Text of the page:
NPR executive Drake to step down Sept. 30

Former Sun editor Marimow to become acting vice president for news at network

September 21, 2005|By Stephen Kiehl | Stephen Kiehl,Sun Reporter

The top news executive at National Public Radio, who led the network to numerous awards and oversaw a large jump in listenership, announced his resignation yesterday.

Bruce Drake, vice president for news for the past five years, said he would step down Sept. 30. Former Sun Editor William K. Marimow, now managing editor for national news at NPR, will become the acting vice president.

Drake, 57, did not give a reason for his resignation after 14 years at NPR and declined to be interviewed yesterday. In a memo to his staff, he praised its coverage of major news events, from the 9/11 terrorist attacks to the war in Iraq to Hurricane Katrina.

"I truly stand in awe of what you have all accomplished," Drake wrote. "Each time one of these stories has challenged us, you out-do what you have done before. Each time, the power and eloquence of your storytelling goes up a notch."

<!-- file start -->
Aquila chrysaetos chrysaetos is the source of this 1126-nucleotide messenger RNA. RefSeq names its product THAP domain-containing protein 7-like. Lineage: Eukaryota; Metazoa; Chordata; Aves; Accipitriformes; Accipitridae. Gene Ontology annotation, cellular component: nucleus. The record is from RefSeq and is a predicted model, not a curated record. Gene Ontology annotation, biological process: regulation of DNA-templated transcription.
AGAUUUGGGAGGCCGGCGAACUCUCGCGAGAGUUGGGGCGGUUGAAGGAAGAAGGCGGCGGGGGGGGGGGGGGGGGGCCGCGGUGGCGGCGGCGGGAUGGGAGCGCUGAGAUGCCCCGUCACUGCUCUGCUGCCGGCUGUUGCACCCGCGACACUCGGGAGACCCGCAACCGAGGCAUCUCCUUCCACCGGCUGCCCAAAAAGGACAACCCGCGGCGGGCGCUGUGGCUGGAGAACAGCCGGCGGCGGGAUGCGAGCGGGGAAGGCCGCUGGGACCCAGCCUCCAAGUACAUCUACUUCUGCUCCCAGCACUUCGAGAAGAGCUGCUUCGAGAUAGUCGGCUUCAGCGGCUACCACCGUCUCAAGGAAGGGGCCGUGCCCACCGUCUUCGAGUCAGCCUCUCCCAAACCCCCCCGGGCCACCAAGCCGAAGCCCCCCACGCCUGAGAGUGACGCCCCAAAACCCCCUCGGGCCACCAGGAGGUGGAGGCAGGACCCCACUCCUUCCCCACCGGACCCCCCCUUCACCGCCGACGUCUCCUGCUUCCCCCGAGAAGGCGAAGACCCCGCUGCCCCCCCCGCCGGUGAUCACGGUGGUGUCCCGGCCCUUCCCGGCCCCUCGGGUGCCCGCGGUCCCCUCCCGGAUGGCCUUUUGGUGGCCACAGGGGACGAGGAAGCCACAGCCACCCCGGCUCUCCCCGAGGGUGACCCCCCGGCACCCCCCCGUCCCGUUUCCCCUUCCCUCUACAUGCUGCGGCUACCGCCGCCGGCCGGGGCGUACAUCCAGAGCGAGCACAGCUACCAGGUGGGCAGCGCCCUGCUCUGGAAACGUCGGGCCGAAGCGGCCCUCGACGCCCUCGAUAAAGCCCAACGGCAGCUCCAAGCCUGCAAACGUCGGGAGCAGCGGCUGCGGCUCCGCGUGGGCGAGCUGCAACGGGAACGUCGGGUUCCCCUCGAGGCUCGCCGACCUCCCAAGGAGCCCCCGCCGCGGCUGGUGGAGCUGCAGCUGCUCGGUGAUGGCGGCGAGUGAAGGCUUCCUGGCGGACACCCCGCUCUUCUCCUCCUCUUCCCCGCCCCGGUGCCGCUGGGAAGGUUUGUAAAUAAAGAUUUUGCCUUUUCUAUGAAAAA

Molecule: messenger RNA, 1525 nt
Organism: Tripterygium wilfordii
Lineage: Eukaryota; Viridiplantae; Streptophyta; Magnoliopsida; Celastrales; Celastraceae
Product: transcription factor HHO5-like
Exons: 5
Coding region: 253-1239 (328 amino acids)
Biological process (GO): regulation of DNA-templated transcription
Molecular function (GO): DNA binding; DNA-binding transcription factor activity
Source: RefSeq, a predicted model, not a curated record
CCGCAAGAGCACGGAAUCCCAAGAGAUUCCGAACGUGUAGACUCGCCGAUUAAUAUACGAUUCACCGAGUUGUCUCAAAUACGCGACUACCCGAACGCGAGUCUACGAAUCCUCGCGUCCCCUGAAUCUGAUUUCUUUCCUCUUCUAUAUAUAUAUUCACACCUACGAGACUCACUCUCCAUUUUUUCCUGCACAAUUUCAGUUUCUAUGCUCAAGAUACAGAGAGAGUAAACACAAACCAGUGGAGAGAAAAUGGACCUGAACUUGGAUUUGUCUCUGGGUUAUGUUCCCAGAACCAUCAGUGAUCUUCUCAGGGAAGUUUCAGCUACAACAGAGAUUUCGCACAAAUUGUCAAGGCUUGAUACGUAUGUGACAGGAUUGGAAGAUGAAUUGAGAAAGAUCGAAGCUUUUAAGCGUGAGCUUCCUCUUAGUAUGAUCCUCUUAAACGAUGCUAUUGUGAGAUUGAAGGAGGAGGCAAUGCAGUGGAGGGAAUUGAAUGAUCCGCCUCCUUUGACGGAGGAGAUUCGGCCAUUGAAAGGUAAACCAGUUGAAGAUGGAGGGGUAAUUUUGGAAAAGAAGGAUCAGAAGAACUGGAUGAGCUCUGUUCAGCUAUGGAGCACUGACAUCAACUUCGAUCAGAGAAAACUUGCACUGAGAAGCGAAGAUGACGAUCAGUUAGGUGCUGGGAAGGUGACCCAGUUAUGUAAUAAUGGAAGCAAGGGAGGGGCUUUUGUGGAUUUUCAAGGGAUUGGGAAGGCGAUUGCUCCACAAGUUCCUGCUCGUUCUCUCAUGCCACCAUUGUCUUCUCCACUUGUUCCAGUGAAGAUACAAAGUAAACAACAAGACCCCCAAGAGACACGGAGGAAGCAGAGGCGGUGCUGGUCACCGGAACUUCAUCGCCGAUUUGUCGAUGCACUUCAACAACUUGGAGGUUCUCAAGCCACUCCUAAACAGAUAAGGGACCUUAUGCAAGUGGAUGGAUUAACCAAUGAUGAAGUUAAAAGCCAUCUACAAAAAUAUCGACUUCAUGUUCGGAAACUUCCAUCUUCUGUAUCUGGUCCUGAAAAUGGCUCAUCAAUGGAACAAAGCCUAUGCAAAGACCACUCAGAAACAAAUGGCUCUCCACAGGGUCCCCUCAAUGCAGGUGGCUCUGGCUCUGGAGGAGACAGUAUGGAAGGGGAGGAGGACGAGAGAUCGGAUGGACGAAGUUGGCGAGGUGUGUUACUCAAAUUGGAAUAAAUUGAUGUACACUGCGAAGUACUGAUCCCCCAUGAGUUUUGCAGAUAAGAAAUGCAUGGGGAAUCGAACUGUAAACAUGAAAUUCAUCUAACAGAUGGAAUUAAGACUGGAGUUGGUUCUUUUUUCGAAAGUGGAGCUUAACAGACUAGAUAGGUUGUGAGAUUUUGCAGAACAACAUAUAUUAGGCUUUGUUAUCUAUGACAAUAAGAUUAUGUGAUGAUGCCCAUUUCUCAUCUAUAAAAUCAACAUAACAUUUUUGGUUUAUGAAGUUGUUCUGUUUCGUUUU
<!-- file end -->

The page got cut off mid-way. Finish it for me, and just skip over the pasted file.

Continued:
During Drake's tenure as vice president for news, NPR won nine Peabody Awards and six Alfred I. duPont Awards for excellence in broadcast journalism. And in the past six years, NPR has doubled its weekly listenership, to 26 million.

Before joining NPR, Drake had spent 20 years at the New York Daily News in positions ranging from police reporter to White House correspondent. He is a graduate of the Johns Hopkins University, where he was editor of the student paper.

"Bruce is the kind of editor who has really been in the trenches, so he knows, in terms of stories, what's possible, what's probable, what's highly unlikely and what's impossible," Marimow said.

"Bruce really nurtured an environment where good journalists could do good journalism."

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